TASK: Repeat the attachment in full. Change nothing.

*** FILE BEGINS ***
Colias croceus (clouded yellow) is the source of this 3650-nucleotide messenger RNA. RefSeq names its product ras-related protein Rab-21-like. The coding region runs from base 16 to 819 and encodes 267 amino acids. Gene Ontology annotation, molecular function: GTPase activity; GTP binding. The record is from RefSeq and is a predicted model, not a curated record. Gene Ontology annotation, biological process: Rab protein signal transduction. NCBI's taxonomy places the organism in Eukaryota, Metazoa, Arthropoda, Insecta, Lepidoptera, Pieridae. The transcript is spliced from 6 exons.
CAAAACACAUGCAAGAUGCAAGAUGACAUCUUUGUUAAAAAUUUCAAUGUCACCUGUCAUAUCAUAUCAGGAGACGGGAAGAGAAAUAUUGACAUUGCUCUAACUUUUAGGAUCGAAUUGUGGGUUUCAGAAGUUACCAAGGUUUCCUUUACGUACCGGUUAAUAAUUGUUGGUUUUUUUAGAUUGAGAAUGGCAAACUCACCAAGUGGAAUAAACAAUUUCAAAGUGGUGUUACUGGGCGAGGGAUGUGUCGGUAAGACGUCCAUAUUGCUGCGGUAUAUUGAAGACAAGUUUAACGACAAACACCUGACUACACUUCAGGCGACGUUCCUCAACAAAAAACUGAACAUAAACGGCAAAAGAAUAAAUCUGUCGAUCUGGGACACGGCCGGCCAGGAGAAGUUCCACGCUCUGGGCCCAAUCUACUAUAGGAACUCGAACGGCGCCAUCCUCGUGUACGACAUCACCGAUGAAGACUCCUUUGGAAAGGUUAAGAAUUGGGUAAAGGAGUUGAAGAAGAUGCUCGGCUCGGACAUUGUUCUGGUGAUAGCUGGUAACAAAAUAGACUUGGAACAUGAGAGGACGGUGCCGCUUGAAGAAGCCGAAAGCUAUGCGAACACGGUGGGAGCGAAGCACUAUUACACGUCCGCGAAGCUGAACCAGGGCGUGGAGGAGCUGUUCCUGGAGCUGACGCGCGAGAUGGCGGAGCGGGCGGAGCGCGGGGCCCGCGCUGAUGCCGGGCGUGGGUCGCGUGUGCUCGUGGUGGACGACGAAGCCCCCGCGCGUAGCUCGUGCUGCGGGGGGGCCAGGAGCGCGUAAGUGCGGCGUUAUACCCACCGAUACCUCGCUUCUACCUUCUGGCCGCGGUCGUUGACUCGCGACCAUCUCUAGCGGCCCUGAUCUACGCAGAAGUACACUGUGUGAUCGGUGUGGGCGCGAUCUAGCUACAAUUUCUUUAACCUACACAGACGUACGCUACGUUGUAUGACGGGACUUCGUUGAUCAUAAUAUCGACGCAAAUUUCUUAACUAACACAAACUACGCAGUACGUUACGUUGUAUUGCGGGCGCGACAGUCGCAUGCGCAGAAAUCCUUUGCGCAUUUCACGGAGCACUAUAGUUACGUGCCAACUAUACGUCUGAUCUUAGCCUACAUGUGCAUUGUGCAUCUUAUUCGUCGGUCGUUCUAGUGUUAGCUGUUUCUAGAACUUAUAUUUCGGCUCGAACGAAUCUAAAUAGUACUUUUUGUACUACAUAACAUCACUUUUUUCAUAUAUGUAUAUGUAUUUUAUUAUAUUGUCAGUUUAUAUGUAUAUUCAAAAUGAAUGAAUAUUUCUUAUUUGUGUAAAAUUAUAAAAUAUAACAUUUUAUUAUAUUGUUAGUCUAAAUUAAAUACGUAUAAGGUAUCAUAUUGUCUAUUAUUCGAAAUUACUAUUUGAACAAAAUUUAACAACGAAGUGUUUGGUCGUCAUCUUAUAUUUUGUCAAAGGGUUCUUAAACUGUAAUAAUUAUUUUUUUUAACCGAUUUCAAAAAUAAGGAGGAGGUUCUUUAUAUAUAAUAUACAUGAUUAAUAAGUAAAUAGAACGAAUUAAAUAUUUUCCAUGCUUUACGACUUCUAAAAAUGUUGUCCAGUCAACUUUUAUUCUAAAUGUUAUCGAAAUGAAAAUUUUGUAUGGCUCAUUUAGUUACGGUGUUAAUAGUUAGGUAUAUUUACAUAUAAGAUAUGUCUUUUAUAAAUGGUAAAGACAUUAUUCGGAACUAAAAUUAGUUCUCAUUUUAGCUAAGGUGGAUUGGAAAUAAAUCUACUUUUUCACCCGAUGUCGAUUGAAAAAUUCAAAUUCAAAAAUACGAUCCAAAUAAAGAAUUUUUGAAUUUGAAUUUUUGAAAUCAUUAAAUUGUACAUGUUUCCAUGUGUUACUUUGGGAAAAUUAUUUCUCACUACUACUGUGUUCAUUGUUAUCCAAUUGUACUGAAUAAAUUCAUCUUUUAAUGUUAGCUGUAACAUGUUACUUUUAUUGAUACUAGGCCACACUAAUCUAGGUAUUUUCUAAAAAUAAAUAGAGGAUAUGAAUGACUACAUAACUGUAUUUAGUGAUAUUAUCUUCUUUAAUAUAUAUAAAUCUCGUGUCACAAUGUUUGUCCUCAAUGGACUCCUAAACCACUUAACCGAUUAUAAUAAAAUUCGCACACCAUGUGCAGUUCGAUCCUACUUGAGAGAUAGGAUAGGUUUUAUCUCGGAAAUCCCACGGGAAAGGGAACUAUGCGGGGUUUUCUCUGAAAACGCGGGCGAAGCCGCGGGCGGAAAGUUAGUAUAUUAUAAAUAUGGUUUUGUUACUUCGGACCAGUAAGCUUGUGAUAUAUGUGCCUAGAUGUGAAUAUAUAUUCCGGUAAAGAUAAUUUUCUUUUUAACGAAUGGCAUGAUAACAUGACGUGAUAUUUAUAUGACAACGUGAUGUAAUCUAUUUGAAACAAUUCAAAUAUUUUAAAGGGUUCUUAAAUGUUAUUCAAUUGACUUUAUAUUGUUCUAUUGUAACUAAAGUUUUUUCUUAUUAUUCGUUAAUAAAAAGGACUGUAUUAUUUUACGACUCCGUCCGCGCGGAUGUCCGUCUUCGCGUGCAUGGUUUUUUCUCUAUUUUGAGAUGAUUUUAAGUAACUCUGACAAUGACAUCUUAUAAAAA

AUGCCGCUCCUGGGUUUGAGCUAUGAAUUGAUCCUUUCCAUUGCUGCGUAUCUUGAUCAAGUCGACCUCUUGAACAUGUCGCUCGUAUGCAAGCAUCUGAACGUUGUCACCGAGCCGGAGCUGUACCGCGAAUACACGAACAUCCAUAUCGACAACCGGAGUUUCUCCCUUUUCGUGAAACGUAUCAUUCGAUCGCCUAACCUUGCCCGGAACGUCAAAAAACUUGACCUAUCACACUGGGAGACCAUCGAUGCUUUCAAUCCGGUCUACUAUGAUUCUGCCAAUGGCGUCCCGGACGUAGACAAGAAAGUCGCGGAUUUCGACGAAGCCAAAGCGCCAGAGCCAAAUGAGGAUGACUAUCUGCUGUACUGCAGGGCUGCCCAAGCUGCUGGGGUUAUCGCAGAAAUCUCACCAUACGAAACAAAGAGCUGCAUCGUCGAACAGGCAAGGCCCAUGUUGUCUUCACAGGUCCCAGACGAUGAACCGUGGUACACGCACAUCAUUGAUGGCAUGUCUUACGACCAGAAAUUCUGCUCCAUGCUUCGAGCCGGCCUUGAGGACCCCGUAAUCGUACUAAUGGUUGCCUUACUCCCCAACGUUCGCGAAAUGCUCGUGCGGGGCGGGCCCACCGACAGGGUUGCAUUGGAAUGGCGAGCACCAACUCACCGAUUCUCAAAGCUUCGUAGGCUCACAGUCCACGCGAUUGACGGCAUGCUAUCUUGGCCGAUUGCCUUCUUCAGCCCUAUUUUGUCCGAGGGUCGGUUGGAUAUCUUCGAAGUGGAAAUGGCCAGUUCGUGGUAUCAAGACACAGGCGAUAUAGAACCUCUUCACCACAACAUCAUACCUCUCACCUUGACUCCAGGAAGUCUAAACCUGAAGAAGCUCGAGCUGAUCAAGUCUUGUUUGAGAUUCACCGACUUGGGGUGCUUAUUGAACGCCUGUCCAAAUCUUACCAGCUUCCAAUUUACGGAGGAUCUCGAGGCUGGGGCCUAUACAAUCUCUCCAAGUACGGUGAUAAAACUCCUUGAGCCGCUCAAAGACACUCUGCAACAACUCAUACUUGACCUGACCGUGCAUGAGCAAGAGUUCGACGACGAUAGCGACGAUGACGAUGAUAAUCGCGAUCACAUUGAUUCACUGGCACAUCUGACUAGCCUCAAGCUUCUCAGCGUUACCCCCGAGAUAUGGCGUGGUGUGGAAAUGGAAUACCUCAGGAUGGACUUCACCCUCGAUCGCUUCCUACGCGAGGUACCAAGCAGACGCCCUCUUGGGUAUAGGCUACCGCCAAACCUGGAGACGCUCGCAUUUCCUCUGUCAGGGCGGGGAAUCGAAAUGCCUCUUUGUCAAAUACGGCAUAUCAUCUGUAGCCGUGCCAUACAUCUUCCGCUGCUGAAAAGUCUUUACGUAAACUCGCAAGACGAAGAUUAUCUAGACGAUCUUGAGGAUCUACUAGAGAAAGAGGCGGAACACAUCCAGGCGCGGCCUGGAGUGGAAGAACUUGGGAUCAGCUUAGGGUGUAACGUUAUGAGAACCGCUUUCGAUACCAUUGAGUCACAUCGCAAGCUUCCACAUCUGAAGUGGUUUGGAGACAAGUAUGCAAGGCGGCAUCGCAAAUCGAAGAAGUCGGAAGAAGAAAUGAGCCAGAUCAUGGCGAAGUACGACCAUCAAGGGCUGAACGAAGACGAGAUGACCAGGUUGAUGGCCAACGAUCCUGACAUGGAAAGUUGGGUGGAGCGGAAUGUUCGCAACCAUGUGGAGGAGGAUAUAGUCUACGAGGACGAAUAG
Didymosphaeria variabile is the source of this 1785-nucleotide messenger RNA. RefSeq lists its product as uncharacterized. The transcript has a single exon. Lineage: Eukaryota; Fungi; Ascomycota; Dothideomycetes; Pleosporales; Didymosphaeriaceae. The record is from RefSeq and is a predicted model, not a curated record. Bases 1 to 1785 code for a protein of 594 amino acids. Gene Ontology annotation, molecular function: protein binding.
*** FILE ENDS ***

Colias croceus (clouded yellow) is the source of this 3650-nucleotide messenger RNA. RefSeq names its product ras-related protein Rab-21-like. The coding region runs from base 16 to 819 and encodes 267 amino acids. Gene Ontology annotation, molecular function: GTPase activity; GTP binding. The record is from RefSeq and is a predicted model, not a curated record. Gene Ontology annotation, biological process: Rab protein signal transduction. NCBI's taxonomy places the organism in Eukaryota, Metazoa, Arthropoda, Insecta, Lepidoptera, Pieridae. The transcript is spliced from 6 exons.
CAAAACACAUGCAAGAUGCAAGAUGACAUCUUUGUUAAAAAUUUCAAUGUCACCUGUCAUAUCAUAUCAGGAGACGGGAAGAGAAAUAUUGACAUUGCUCUAACUUUUAGGAUCGAAUUGUGGGUUUCAGAAGUUACCAAGGUUUCCUUUACGUACCGGUUAAUAAUUGUUGGUUUUUUUAGAUUGAGAAUGGCAAACUCACCAAGUGGAAUAAACAAUUUCAAAGUGGUGUUACUGGGCGAGGGAUGUGUCGGUAAGACGUCCAUAUUGCUGCGGUAUAUUGAAGACAAGUUUAACGACAAACACCUGACUACACUUCAGGCGACGUUCCUCAACAAAAAACUGAACAUAAACGGCAAAAGAAUAAAUCUGUCGAUCUGGGACACGGCCGGCCAGGAGAAGUUCCACGCUCUGGGCCCAAUCUACUAUAGGAACUCGAACGGCGCCAUCCUCGUGUACGACAUCACCGAUGAAGACUCCUUUGGAAAGGUUAAGAAUUGGGUAAAGGAGUUGAAGAAGAUGCUCGGCUCGGACAUUGUUCUGGUGAUAGCUGGUAACAAAAUAGACUUGGAACAUGAGAGGACGGUGCCGCUUGAAGAAGCCGAAAGCUAUGCGAACACGGUGGGAGCGAAGCACUAUUACACGUCCGCGAAGCUGAACCAGGGCGUGGAGGAGCUGUUCCUGGAGCUGACGCGCGAGAUGGCGGAGCGGGCGGAGCGCGGGGCCCGCGCUGAUGCCGGGCGUGGGUCGCGUGUGCUCGUGGUGGACGACGAAGCCCCCGCGCGUAGCUCGUGCUGCGGGGGGGCCAGGAGCGCGUAAGUGCGGCGUUAUACCCACCGAUACCUCGCUUCUACCUUCUGGCCGCGGUCGUUGACUCGCGACCAUCUCUAGCGGCCCUGAUCUACGCAGAAGUACACUGUGUGAUCGGUGUGGGCGCGAUCUAGCUACAAUUUCUUUAACCUACACAGACGUACGCUACGUUGUAUGACGGGACUUCGUUGAUCAUAAUAUCGACGCAAAUUUCUUAACUAACACAAACUACGCAGUACGUUACGUUGUAUUGCGGGCGCGACAGUCGCAUGCGCAGAAAUCCUUUGCGCAUUUCACGGAGCACUAUAGUUACGUGCCAACUAUACGUCUGAUCUUAGCCUACAUGUGCAUUGUGCAUCUUAUUCGUCGGUCGUUCUAGUGUUAGCUGUUUCUAGAACUUAUAUUUCGGCUCGAACGAAUCUAAAUAGUACUUUUUGUACUACAUAACAUCACUUUUUUCAUAUAUGUAUAUGUAUUUUAUUAUAUUGUCAGUUUAUAUGUAUAUUCAAAAUGAAUGAAUAUUUCUUAUUUGUGUAAAAUUAUAAAAUAUAACAUUUUAUUAUAUUGUUAGUCUAAAUUAAAUACGUAUAAGGUAUCAUAUUGUCUAUUAUUCGAAAUUACUAUUUGAACAAAAUUUAACAACGAAGUGUUUGGUCGUCAUCUUAUAUUUUGUCAAAGGGUUCUUAAACUGUAAUAAUUAUUUUUUUUAACCGAUUUCAAAAAUAAGGAGGAGGUUCUUUAUAUAUAAUAUACAUGAUUAAUAAGUAAAUAGAACGAAUUAAAUAUUUUCCAUGCUUUACGACUUCUAAAAAUGUUGUCCAGUCAACUUUUAUUCUAAAUGUUAUCGAAAUGAAAAUUUUGUAUGGCUCAUUUAGUUACGGUGUUAAUAGUUAGGUAUAUUUACAUAUAAGAUAUGUCUUUUAUAAAUGGUAAAGACAUUAUUCGGAACUAAAAUUAGUUCUCAUUUUAGCUAAGGUGGAUUGGAAAUAAAUCUACUUUUUCACCCGAUGUCGAUUGAAAAAUUCAAAUUCAAAAAUACGAUCCAAAUAAAGAAUUUUUGAAUUUGAAUUUUUGAAAUCAUUAAAUUGUACAUGUUUCCAUGUGUUACUUUGGGAAAAUUAUUUCUCACUACUACUGUGUUCAUUGUUAUCCAAUUGUACUGAAUAAAUUCAUCUUUUAAUGUUAGCUGUAACAUGUUACUUUUAUUGAUACUAGGCCACACUAAUCUAGGUAUUUUCUAAAAAUAAAUAGAGGAUAUGAAUGACUACAUAACUGUAUUUAGUGAUAUUAUCUUCUUUAAUAUAUAUAAAUCUCGUGUCACAAUGUUUGUCCUCAAUGGACUCCUAAACCACUUAACCGAUUAUAAUAAAAUUCGCACACCAUGUGCAGUUCGAUCCUACUUGAGAGAUAGGAUAGGUUUUAUCUCGGAAAUCCCACGGGAAAGGGAACUAUGCGGGGUUUUCUCUGAAAACGCGGGCGAAGCCGCGGGCGGAAAGUUAGUAUAUUAUAAAUAUGGUUUUGUUACUUCGGACCAGUAAGCUUGUGAUAUAUGUGCCUAGAUGUGAAUAUAUAUUCCGGUAAAGAUAAUUUUCUUUUUAACGAAUGGCAUGAUAACAUGACGUGAUAUUUAUAUGACAACGUGAUGUAAUCUAUUUGAAACAAUUCAAAUAUUUUAAAGGGUUCUUAAAUGUUAUUCAAUUGACUUUAUAUUGUUCUAUUGUAACUAAAGUUUUUUCUUAUUAUUCGUUAAUAAAAAGGACUGUAUUAUUUUACGACUCCGUCCGCGCGGAUGUCCGUCUUCGCGUGCAUGGUUUUUUCUCUAUUUUGAGAUGAUUUUAAGUAACUCUGACAAUGACAUCUUAUAAAAA

AUGCCGCUCCUGGGUUUGAGCUAUGAAUUGAUCCUUUCCAUUGCUGCGUAUCUUGAUCAAGUCGACCUCUUGAACAUGUCGCUCGUAUGCAAGCAUCUGAACGUUGUCACCGAGCCGGAGCUGUACCGCGAAUACACGAACAUCCAUAUCGACAACCGGAGUUUCUCCCUUUUCGUGAAACGUAUCAUUCGAUCGCCUAACCUUGCCCGGAACGUCAAAAAACUUGACCUAUCACACUGGGAGACCAUCGAUGCUUUCAAUCCGGUCUACUAUGAUUCUGCCAAUGGCGUCCCGGACGUAGACAAGAAAGUCGCGGAUUUCGACGAAGCCAAAGCGCCAGAGCCAAAUGAGGAUGACUAUCUGCUGUACUGCAGGGCUGCCCAAGCUGCUGGGGUUAUCGCAGAAAUCUCACCAUACGAAACAAAGAGCUGCAUCGUCGAACAGGCAAGGCCCAUGUUGUCUUCACAGGUCCCAGACGAUGAACCGUGGUACACGCACAUCAUUGAUGGCAUGUCUUACGACCAGAAAUUCUGCUCCAUGCUUCGAGCCGGCCUUGAGGACCCCGUAAUCGUACUAAUGGUUGCCUUACUCCCCAACGUUCGCGAAAUGCUCGUGCGGGGCGGGCCCACCGACAGGGUUGCAUUGGAAUGGCGAGCACCAACUCACCGAUUCUCAAAGCUUCGUAGGCUCACAGUCCACGCGAUUGACGGCAUGCUAUCUUGGCCGAUUGCCUUCUUCAGCCCUAUUUUGUCCGAGGGUCGGUUGGAUAUCUUCGAAGUGGAAAUGGCCAGUUCGUGGUAUCAAGACACAGGCGAUAUAGAACCUCUUCACCACAACAUCAUACCUCUCACCUUGACUCCAGGAAGUCUAAACCUGAAGAAGCUCGAGCUGAUCAAGUCUUGUUUGAGAUUCACCGACUUGGGGUGCUUAUUGAACGCCUGUCCAAAUCUUACCAGCUUCCAAUUUACGGAGGAUCUCGAGGCUGGGGCCUAUACAAUCUCUCCAAGUACGGUGAUAAAACUCCUUGAGCCGCUCAAAGACACUCUGCAACAACUCAUACUUGACCUGACCGUGCAUGAGCAAGAGUUCGACGACGAUAGCGACGAUGACGAUGAUAAUCGCGAUCACAUUGAUUCACUGGCACAUCUGACUAGCCUCAAGCUUCUCAGCGUUACCCCCGAGAUAUGGCGUGGUGUGGAAAUGGAAUACCUCAGGAUGGACUUCACCCUCGAUCGCUUCCUACGCGAGGUACCAAGCAGACGCCCUCUUGGGUAUAGGCUACCGCCAAACCUGGAGACGCUCGCAUUUCCUCUGUCAGGGCGGGGAAUCGAAAUGCCUCUUUGUCAAAUACGGCAUAUCAUCUGUAGCCGUGCCAUACAUCUUCCGCUGCUGAAAAGUCUUUACGUAAACUCGCAAGACGAAGAUUAUCUAGACGAUCUUGAGGAUCUACUAGAGAAAGAGGCGGAACACAUCCAGGCGCGGCCUGGAGUGGAAGAACUUGGGAUCAGCUUAGGGUGUAACGUUAUGAGAACCGCUUUCGAUACCAUUGAGUCACAUCGCAAGCUUCCACAUCUGAAGUGGUUUGGAGACAAGUAUGCAAGGCGGCAUCGCAAAUCGAAGAAGUCGGAAGAAGAAAUGAGCCAGAUCAUGGCGAAGUACGACCAUCAAGGGCUGAACGAAGACGAGAUGACCAGGUUGAUGGCCAACGAUCCUGACAUGGAAAGUUGGGUGGAGCGGAAUGUUCGCAACCAUGUGGAGGAGGAUAUAGUCUACGAGGACGAAUAG
Didymosphaeria variabile is the source of this 1785-nucleotide messenger RNA. RefSeq lists its product as uncharacterized. The transcript has a single exon. Lineage: Eukaryota; Fungi; Ascomycota; Dothideomycetes; Pleosporales; Didymosphaeriaceae. The record is from RefSeq and is a predicted model, not a curated record. Bases 1 to 1785 code for a protein of 594 amino acids. Gene Ontology annotation, molecular function: protein binding.